When it comes to players purchasing public databases of hands that they did not actually play and using that data in a HUD, I think that has hurt the games. It gives players purchasing those hand histories an unfair advantage of information that they should not have about their opponents.  

In order to effectively put a stop to the practice, it requires some level of cooperation between the poker sites and tracking software companies such as Hold’em Manager that respect the terms and conditions of the sites. We have previously reached out to some of the largest poker rooms expressing our willingness to work with them in implementing systems to authenticate valid hand histories. Unfortunately, anything that we do unilaterally in this regard can easily be circumvented by the hand history vendors.  

Working with poker rooms

hm2 and om2
HM2 and OM2 are compatible with
a wide variety of poker rooms. Did you work closely with the poker rooms themselves in developing this software? If so, is the trend of poker rooms taking steps to prevent tracking/data mining (anonymous tables, certain sites not allowing HUDs, etc) making life difficult?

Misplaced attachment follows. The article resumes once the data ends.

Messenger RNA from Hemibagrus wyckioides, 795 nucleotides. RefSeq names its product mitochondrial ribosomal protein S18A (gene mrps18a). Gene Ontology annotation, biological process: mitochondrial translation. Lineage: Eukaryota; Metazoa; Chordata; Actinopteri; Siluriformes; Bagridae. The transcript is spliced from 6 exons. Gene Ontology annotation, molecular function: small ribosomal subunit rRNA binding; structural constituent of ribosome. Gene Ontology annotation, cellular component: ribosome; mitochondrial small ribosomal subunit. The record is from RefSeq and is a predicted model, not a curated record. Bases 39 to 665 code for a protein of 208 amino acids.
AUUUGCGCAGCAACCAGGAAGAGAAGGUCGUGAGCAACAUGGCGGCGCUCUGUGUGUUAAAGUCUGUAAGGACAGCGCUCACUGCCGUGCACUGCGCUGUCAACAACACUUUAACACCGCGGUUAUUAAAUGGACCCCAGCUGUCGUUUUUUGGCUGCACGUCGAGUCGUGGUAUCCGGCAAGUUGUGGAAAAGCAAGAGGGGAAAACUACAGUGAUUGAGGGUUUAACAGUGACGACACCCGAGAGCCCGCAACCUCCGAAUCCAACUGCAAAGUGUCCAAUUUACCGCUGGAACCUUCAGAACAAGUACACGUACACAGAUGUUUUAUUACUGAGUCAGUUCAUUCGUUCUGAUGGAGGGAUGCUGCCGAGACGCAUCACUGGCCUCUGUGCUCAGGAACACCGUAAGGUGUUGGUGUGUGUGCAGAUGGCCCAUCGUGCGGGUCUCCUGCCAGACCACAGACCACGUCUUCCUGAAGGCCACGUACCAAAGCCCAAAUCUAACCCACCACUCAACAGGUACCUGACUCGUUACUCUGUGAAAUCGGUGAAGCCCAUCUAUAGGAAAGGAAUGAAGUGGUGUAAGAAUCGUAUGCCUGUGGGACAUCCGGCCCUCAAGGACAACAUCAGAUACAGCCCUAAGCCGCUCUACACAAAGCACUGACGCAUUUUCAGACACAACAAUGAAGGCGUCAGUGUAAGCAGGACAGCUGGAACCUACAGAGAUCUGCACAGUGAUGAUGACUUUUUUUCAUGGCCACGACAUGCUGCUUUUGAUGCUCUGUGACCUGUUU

Jim Varnon: With many of the rooms, we do get advanced notice of certain changes that they are about to release in software updates, and we also send them preview versions of Hold’em Manager before new versions or features are released.

As for poker rooms' positions on data mining, I mentioned above that many of the measures that poker sites have taken against data mining of hands have not been successful because third party hand history vendors have circumvented them. We would be happy to work with rooms to cooperatively implement measures that prevent their use.

With respect to your question about poker rooms and HUDs, I personally believe that if a room does not allow HUDs it will discourage regulars that are critical revenue generators and game starters. Also, it hurts the fish and average players who are motivated to improve more than it diminishes a shark’s ability to do what sharks do.

Ultimately, that is a business decision of a poker site and we would respect their policies and not support a HUD for their site if they so requested.

With respect to anonymous tables, there is a percentage of online poker players that, for various reasons, are not comfortable playing at anonymous tables – and there are also some players that prefer them. Hold’em Manager’s position on anonymous tables is a non-issue because their fate is something that the market will decide.  

The reaction of the recreational player